“To worship is to quicken the conscience by the holiness of God, to purge the imagination by the beauty of God, to open the heart to the love of God, and to devote the will to the purpose of God.” —William Temple

Our pastor quoted this a few weeks ago, and it  stuck with me, especially the word quicken.

The word comes from the Old English cwiku “living,” and came to us through the Middle English quik, “lively, alive.” Here are the definitions of quicken from Noah Webster’s 1828 Dictionary, along with some comments from me.

1. Primarily, to make alive; to vivify; to revive or resuscitate, as from death
or an inanimate state. (The holiness of God certainly demonstrates the resuscitation our consciences need.)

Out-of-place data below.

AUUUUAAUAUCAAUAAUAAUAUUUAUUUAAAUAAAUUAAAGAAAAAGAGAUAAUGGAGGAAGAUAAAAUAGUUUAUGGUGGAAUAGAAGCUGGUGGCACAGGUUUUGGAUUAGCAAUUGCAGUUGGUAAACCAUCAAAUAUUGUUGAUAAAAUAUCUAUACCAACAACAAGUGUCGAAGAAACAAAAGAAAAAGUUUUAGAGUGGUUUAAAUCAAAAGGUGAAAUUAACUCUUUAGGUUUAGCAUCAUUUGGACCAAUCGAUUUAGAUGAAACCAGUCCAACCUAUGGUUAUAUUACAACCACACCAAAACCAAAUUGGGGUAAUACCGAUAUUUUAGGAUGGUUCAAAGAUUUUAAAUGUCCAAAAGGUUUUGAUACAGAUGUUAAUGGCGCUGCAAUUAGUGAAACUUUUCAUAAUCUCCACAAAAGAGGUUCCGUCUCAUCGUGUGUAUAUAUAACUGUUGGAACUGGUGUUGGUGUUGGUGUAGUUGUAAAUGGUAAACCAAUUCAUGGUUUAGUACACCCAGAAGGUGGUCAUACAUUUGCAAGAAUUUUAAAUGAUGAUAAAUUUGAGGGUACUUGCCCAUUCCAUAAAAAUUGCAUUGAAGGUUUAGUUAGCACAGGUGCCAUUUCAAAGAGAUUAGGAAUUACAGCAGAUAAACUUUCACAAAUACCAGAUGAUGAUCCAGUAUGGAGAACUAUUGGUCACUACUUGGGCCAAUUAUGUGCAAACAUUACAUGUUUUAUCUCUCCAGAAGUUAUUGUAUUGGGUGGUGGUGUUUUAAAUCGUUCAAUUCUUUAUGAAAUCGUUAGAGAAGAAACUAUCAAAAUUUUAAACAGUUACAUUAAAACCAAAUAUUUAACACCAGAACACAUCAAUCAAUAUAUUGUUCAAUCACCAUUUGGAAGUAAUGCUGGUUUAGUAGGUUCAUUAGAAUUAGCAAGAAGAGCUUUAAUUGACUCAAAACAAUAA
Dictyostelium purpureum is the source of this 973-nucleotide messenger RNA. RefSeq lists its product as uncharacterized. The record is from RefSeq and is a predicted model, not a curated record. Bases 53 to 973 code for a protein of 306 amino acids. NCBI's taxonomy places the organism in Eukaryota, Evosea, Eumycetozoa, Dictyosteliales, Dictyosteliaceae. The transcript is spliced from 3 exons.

2. To make alive in a spiritual sense; to communicate a principle of grace to. (What grace that we can even worship a holy God.)

3. To hasten; to accelerate; as, to quicken motion, speed or flight. (I’m thinking here of how John felt throughout the Revelation. Worship was no do-it-later option, but an instantaneous response as your own sinfulness stands in stark contrast to God’s holiness.)

4. To sharpen; to give keener perception to; to stimulate; to incite; as, to quicken the appetite or taste; to quicken desires. (Lord, whet my appetite for You as I worship. Soften my heart to feel the imprint of your still, small voice on my conscience, my will, my imagination…my soul.)

Funny how none of these definitions–well, except for number three–can be found in Webster’s New World College Dictionary (2006), not even as “archaic.”

Funny how much more significant these meanings are than rapid motion or becoming enlivened.

Dear Lord, quicken our hearts not to drift away from You, not even in our language.



WORD NERD CHALLENGE: Check out the derivation of the word worship…you may even find a blog here about it! So much more than singing and raising your hands!